It was down and not moving except for its head that was intent on me and while I took aim with my last shell, it roared at me with its fanged mouth wide open. It was certainly perturbed with the holes I had put into it. The surprise of the shriek made me drop my gun. My hands were drenched in sweat and I was lucky to have landed any shots at all with my shakes and sweat covered hands. My wife ran inside and it rose to its feet and took a step towards me as I scrambled for the shotgun on the darkened grassy yard. Then I finally felt it and picked it up. When I looked up, the beast had run off. It was moving fast away from us and it was emitting yelps of pain and growls of rage. I didn’t care. It was gone.” Michael then let out a long sigh, reliving his night those 50+ years ago feeling the relief that he felt that night and then rose his head suddenly to attention and looked towards the door of the pub. He then came back to reality.

It was back, Michael knew this. It had obviously killed…that one man whoever it was in the distance. It doesn’t matter. For certain, they would have known him. He would have been a friend. All the village were friends. The community ousted no one. No even Ethel MacDonough, the town loudmouth and gossiper, would no one want any harm to come to… but how many more lives were lost this night?

Michael continued to an attentive storytelling session of listeners “It came back three more times during that month but seemed to remain a spectator…we heard its growls in the night and the crashing of the brush and branches within the tree line beyond the crops. We had our gun at the ready and had some folks bring me up a new rifle that was semi-automatic from Glasgow that I don’t think was really legal.”

“I know what you mean,” Danny added. “I lived a few years in Belfast, Michael. Remember?” and tried to attempt a cheeky, comforting smile. Michael hardly paid any attention as he continued.

“We had been told…warned… to leave the land alone. We were told tales of a bogeyman that were laughable, at best, but were told to leave the land alone and take only what was enough for you and your family. I want you to know, I was not being greedy. I wanted to provide food for mine and was just glad that the beast had disappeared for years after and that was when I had my daughter Isabelle. She was only 5 years old around the time when the area attracted new settlers and…they started to build the town” he explained.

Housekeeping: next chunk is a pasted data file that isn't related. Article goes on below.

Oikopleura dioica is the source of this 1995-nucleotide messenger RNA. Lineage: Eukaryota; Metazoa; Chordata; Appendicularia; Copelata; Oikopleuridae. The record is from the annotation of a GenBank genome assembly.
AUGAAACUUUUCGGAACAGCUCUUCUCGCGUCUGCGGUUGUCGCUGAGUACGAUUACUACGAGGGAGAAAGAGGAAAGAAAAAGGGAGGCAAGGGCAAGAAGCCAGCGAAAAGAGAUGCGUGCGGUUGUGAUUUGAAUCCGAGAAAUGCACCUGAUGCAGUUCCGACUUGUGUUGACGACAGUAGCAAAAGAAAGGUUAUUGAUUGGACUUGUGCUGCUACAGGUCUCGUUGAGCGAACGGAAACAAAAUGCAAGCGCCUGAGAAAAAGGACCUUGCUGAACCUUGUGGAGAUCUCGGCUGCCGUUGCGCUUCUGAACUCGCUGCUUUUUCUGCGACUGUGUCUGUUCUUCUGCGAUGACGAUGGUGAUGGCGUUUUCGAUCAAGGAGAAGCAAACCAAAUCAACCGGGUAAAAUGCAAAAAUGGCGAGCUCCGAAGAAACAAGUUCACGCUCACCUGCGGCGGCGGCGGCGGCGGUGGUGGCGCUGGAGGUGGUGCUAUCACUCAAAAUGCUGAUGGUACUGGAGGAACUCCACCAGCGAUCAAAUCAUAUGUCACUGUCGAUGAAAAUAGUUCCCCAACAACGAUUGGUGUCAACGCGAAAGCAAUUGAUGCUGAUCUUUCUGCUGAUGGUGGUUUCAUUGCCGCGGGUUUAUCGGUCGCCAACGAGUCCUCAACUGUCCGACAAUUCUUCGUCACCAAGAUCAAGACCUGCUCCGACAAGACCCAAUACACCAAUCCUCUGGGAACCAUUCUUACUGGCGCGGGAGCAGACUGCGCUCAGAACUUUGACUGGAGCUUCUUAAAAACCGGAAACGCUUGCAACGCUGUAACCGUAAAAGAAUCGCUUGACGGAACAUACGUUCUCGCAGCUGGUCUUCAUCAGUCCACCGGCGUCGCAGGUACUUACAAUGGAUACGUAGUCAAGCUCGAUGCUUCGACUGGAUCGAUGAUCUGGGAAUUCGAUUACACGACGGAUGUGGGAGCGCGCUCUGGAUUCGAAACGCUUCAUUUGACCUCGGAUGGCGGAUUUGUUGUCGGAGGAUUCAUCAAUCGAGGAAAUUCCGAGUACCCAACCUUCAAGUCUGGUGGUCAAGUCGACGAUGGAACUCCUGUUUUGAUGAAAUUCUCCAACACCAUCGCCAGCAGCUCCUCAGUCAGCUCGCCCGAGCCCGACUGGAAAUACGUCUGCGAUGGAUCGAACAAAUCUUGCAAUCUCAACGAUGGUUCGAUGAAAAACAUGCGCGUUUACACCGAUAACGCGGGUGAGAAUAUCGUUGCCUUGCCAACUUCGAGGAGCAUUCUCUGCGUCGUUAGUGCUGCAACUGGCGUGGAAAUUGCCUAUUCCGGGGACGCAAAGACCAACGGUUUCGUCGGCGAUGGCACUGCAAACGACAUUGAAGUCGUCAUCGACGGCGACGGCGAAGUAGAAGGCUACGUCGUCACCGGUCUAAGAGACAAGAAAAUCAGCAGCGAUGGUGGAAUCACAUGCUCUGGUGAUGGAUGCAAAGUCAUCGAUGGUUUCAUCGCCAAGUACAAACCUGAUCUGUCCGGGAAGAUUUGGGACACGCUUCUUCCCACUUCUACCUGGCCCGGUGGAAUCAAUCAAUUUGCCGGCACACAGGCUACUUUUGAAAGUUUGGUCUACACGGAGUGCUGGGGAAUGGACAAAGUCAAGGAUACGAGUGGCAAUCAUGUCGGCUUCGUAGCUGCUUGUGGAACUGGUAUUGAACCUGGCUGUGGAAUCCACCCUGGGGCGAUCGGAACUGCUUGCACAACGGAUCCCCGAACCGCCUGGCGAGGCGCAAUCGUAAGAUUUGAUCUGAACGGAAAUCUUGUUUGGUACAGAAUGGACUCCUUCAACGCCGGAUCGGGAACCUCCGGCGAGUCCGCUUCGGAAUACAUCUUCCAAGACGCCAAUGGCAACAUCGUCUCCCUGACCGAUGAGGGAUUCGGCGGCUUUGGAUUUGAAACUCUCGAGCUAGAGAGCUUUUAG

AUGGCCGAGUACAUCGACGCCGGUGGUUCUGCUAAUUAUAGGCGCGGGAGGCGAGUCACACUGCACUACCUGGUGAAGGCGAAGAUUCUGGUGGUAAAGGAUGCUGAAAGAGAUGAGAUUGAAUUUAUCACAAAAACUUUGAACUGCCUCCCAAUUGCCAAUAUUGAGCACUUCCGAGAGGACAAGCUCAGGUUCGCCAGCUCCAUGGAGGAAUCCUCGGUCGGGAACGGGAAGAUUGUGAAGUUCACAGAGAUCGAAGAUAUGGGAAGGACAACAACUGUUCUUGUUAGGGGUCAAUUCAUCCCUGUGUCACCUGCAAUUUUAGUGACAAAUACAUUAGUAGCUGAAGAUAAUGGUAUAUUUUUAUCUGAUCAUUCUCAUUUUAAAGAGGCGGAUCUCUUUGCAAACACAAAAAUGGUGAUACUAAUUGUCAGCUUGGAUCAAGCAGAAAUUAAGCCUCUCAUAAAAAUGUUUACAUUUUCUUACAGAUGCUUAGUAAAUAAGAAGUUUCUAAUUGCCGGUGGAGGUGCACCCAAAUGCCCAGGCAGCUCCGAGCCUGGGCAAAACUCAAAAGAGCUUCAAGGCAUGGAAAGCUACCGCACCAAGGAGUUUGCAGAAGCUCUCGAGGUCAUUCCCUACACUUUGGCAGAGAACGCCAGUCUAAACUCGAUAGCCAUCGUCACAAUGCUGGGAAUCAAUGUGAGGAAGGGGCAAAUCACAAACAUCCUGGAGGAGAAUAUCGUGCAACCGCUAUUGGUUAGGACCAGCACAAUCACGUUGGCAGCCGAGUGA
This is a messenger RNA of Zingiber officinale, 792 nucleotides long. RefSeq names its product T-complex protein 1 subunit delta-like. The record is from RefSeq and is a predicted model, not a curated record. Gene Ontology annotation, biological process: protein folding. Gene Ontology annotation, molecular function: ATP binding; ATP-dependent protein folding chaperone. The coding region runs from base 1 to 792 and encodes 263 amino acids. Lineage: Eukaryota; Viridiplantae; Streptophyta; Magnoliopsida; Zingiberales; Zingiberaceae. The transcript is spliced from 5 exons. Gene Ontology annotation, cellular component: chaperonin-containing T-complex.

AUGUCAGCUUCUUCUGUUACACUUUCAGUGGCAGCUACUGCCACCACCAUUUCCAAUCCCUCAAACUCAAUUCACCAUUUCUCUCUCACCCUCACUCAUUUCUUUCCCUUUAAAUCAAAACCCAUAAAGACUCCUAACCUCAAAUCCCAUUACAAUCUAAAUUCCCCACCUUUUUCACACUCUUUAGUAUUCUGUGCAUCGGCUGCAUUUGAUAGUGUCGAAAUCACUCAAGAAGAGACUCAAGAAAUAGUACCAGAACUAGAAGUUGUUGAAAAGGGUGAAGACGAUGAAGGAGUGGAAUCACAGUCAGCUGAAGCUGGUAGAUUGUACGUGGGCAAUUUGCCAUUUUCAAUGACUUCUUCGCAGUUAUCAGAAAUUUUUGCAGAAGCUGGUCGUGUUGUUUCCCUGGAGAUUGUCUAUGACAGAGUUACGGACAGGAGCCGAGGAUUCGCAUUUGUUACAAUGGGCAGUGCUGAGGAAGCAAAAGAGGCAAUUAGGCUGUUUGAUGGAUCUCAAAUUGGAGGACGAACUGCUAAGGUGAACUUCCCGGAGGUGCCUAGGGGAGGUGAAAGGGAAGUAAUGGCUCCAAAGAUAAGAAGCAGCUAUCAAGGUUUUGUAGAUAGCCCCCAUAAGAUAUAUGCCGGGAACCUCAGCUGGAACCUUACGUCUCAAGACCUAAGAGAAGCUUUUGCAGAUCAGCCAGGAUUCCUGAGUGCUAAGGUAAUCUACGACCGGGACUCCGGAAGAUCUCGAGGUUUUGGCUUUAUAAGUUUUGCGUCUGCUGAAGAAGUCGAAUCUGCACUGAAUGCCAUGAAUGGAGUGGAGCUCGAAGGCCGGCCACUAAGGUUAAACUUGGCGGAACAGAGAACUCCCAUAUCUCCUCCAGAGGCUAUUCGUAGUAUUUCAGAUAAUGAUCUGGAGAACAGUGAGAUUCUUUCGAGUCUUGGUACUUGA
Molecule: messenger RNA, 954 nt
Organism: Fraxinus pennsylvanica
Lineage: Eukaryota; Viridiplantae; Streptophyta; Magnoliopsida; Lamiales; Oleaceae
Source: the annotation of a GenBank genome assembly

“But, Michael…you mean your son, Michael, Jr.… Micky Alexander… your son that works at the docks now in Liverpool… Right, you don’t have a daughter,” Angus interrupted.

“Please, Angus,” Michael hushed Angus with a calming hand gesture, “let me finish.”

The old man observed the faces around him, with a final glance to the space around the front of the bar. Listening. Seems that only Michael could hear the low breathing that accompanied his survey.

“That damn thing would not give up!” Michael insisted. “The villagers did not help the situation with the constant build and razing of meadows, woodland and river space. I did not blame them. They were not aware. If I had told them, how would they accept this fairy tale when a child of 5 thought it to be pure haver…gibberish? I asked them, during one town meeting, that perhaps they leave some of the natural space for the habitat of the wildlife so we don’t drive away the elk, rabbits and deer. We would need food and they also help the fertility of the land for crops. I was voted down. They wanted mills and lumber yards and needed to pull in the riverbanks for boat passages. This was not going to end well. I hoped that mine was not connected to my childhood warning and this monstrosity was a one-time occurrence. It was not” Michael’s head bowed. He had trouble catching his breath and coughed twice. This brought about a sound much closer to the pub that sounded like a demonic recognition of an old friend. A low mooing sound. Deep and unnatural. The group inside froze and trembled. Angus gripped his rifle and pulled it close to his chest. There was silence for nearly 10 minutes after this…Michael wanted to hurry back to his final bit of the story. His cautionary tale that was past caution.